The Origins of Islamic Jurisprudence, Meccan Fiqh before the Classical Schools was written by Harald Motzki and published by BRILL.
The current view among Western scholars of Islam concerning the early development of Islamic jurisprudence was shaped by Joseph Schacht’s famous study on the subject published 50 years ago. Since then new sources became available which make a critical review of his theories possible and desirable. This volume uses one of these sources to reconstruct the development of jurisprudence at Mecca, virtually unknown until now, from the beginnings until the middle of the second Islamic century. New methods of analysis are developed and tested in order to date the material contained in the earliest compilations of legal traditions more properly. As a result the origins of Islamic jurisprudence can be dated much earlier than claimed by Schacht and his school.
The question of when, where, and how Islamic jurisprudence came into being has occupied research in Islamic studies for over a century. Initially, a continuous development starting in the lifetime of the Prophet and ultimately leading into the legal schools of the second and third centuries A.H. (approximately the eighth and ninth centuries A.D.) was assumed. This has also been the Muslim view of things since medieval times. This view was put into question toward the end of the nineteenth century of our era by Ignaz Goldziher, and was refuted definitively by Joseph Schacht in his book The Origins of Muhammadan Jurisprudence, which appeared in 1950. The different opinions are essentially dependent on the state of the sources available. If one considers the Qur’àn as a work which—at least in its earthly form—originated in the lifetime of Muhammad and was put down in writing in the course of about two decades after his death, a hole of almost 150 years yawns between it and the first collections of legally relevant texts which are recognized as authentic, i.e. which really go back to the author or compiler claimed for them. The debate has thus revolved around the question of what historical worth the texts of these works have as sources for the preceding phase.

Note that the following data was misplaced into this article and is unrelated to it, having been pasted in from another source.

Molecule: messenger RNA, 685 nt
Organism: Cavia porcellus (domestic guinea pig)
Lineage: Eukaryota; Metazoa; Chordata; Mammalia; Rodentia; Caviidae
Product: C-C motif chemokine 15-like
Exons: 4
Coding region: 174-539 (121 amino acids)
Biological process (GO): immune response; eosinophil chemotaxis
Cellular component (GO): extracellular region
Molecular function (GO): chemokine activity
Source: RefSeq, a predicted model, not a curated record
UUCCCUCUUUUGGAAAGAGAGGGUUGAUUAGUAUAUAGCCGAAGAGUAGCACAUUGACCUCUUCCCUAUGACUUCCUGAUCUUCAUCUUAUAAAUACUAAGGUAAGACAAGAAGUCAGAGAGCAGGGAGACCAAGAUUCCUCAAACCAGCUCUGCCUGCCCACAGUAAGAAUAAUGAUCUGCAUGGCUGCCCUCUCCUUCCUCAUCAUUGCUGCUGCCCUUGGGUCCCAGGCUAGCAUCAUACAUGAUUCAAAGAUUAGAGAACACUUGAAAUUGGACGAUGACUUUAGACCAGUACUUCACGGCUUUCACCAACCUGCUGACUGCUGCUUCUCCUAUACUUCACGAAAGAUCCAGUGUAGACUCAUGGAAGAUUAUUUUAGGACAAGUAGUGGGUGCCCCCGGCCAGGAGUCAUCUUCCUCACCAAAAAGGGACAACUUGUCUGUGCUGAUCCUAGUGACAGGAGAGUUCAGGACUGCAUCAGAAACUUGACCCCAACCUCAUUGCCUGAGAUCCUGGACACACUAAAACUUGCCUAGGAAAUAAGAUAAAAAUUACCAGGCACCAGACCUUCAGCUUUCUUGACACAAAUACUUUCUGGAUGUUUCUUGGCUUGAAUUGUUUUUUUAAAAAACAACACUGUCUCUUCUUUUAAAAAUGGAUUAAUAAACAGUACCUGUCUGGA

Schacht’s theory was largely accepted in western Islamic studies and strongly influenced subsequent research. The present study attempts to demonstrate that Schacht’s conceptions, in substantive points, are no longer tenable or are greatly in need of modification— above all, that he estimated the beginnings of Islamic jurisprudence a good half to three-quarters of a century too late. The reservations about Schacht’s conclusions result in part from the nature of his work itself: it contains a number of questionable premises, historical inferences, and methods. This is described in the first chapter of the present study, which contains an outline of the history of research on the subject. For, one can better demonstrate the problems of research, understand Schacht’s approach, and clarify the point at which the present study begins when the earlier, pre-Schachtian, and the more recent studies as well as the critical voices addressing the theses of Schacht and his followers are reviewed.